Lunch with my manager:
B: Are you dating anyone?
B: There's no drama if there's no relationship, right?
F: True 'dat. (pause.) Actually, I never have drama...I don't think...Ever. huh.
B: You are low-drama. But it's probably because you never really cared about them anyway, so you'd rather not deal with it. Because when you care enough about someone, everything becomes drama! If you don't care what they're doing or who they're with, it's because deep down inside, you don't really care about them.
F: You are a genius.
He continued to explain that there were only two women he ever had drama with; his first love, and his wife. He explains that a loving relationship is constant drama because he cares so much about what she does and what she needs, her wants become his wants. He wants to change for her- he wants to become a better person, because it will make him happy when she is happy. Her actions become his cause for reaction, and vice versa.
Now, in my mind, that's called, "dependence," and it's unhealthy behavior to base your feelings on someone else's actions. However, at this particular moment during this particular lunch, he seemed to made perfect sense to me. Perhaps real love does require a certain level of emotional interdependence- and maybe that's a good thing. Perhaps that's why people say that you hurt the ones you love (another theory I always hated- I mean, if you care, why don't you just try harder to be more considerate?). Anyway, my manager described the amount of concern he had for his wife, where she was, who she was with, what she was doing, when she would get back...The idea has always been completely unappealing to me. Where is the trust? The confidence in your relationship? The faith in one another? But hearing him describe it, this kind of drama sounded like the most desirable thing in the world.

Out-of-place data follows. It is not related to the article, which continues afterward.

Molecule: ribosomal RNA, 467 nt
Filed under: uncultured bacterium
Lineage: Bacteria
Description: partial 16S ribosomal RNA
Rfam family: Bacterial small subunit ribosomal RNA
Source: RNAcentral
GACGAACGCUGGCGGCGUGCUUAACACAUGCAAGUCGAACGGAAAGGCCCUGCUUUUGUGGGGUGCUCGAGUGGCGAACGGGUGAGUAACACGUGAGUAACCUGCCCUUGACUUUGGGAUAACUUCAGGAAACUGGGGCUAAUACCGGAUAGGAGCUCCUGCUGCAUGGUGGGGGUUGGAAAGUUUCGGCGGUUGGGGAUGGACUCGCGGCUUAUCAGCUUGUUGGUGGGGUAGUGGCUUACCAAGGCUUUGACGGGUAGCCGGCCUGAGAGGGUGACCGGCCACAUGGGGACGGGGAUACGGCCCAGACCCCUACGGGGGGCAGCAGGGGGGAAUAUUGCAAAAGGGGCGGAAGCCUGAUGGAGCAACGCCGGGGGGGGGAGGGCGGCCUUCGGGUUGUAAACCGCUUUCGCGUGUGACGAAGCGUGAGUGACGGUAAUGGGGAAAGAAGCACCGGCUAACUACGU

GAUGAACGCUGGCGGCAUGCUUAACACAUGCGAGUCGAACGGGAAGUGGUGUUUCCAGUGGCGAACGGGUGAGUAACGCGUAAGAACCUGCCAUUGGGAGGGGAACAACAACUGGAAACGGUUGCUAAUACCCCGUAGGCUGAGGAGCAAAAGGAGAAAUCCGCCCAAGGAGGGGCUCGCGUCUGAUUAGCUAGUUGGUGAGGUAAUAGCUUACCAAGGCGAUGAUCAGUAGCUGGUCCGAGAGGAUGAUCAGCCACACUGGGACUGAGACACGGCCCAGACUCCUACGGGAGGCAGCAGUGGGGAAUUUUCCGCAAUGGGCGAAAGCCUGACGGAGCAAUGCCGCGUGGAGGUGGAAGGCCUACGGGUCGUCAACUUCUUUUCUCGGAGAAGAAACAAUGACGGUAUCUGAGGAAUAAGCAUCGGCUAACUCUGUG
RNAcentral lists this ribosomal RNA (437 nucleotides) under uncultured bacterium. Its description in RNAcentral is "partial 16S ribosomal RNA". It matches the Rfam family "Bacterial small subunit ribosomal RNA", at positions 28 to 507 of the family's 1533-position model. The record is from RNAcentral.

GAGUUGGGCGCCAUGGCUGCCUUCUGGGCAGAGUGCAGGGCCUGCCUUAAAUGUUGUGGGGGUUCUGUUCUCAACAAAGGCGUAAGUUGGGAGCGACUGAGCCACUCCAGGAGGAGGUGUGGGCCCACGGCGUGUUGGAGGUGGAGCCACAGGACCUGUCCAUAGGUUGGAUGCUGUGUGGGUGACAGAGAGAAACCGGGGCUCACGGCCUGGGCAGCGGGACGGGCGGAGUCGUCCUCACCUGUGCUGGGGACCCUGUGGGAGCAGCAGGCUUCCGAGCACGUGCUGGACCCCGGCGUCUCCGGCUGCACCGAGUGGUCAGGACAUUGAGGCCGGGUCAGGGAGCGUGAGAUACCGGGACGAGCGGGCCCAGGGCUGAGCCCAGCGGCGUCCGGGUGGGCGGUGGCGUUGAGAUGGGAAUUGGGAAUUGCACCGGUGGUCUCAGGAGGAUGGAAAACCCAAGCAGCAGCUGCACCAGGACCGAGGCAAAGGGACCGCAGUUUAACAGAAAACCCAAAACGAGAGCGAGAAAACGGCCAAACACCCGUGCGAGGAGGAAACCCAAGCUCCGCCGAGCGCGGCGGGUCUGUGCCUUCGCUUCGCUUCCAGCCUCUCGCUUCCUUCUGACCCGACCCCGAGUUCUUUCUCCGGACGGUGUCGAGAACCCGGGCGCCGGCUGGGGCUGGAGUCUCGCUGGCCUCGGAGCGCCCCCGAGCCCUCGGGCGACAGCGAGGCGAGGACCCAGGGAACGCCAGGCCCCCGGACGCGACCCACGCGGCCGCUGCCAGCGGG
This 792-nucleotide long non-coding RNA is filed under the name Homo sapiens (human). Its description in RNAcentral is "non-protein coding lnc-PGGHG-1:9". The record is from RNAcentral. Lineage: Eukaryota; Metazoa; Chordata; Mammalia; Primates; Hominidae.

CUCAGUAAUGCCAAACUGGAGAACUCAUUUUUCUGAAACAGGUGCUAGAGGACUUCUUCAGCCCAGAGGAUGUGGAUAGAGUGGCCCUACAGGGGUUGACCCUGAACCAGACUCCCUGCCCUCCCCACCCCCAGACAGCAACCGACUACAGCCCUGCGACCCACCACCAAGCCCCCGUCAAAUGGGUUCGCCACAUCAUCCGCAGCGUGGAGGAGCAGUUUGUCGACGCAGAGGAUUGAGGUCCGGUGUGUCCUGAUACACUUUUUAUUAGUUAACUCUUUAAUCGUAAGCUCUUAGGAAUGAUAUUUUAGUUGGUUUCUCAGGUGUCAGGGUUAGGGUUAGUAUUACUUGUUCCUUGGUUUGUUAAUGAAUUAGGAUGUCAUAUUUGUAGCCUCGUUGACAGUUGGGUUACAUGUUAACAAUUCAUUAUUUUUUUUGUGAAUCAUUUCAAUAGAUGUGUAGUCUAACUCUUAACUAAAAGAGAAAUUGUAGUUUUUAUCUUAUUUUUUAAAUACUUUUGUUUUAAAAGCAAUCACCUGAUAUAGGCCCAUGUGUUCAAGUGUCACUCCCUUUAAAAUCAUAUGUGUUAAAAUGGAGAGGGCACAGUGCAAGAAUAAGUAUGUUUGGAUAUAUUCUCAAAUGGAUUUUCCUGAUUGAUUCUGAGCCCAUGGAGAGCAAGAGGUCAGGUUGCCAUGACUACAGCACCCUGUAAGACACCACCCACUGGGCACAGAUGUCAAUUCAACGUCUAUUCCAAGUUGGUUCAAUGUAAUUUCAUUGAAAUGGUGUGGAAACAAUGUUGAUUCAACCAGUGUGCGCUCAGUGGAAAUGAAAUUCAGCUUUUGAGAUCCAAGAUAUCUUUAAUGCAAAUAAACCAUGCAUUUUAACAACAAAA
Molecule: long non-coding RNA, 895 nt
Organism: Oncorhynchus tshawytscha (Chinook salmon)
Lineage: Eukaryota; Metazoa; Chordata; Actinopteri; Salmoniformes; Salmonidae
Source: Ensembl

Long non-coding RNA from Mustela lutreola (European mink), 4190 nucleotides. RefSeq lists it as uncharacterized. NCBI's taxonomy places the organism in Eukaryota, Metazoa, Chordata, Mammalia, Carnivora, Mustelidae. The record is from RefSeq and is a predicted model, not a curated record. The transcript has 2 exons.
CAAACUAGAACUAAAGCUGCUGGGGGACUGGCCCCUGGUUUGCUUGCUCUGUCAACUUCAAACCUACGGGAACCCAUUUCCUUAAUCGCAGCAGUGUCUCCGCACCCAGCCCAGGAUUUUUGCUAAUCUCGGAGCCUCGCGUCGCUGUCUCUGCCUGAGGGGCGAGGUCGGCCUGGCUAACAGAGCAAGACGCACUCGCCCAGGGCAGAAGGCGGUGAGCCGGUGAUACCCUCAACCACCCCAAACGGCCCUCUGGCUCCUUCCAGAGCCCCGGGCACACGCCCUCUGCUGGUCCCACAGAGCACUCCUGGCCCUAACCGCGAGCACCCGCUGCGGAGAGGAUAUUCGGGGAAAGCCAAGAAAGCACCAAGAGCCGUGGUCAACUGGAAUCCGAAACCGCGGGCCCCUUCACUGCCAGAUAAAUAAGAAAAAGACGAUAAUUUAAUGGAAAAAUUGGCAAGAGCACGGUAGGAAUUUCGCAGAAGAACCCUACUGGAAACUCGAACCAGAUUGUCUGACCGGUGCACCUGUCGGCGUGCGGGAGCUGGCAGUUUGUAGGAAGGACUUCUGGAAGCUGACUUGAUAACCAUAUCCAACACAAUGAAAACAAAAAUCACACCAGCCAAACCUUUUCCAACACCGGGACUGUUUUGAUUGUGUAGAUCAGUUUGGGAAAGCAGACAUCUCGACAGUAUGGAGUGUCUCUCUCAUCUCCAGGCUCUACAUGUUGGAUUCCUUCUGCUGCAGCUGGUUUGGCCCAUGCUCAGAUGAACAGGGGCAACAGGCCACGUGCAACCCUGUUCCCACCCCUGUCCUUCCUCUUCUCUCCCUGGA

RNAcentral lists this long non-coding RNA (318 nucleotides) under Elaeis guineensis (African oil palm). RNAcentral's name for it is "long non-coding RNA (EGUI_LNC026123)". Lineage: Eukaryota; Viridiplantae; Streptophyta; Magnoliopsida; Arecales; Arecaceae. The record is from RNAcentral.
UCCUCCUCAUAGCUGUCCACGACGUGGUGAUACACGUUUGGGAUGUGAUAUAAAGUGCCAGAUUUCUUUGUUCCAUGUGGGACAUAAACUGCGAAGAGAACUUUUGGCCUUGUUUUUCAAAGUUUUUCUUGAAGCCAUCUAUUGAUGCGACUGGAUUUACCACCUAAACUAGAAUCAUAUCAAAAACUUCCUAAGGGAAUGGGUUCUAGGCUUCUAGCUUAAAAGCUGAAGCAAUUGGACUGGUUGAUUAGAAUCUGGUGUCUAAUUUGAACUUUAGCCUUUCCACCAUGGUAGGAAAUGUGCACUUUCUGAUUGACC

Perhaps this has been my mistake! I avoid drama by either giving up or giving in or folding, or doing whatever it takes to make sure my other half is happy and unfettered by cares. Or at least by the ones in my control. But maybe I'm sending all the wrong messages by shielding them from complication. Maybe I'm saying that I don't give a rat's because I don't care about him- when really, I'm trying to display confidence, faith, and trust! If I am feeling stifled when someone attempts this type of interdependence with me, maybe that's because I don't really like the guy as much as I thought. Maybe I'll feel differently when I actually meet someone I love. And then I'll get on to starting fires for him to put out...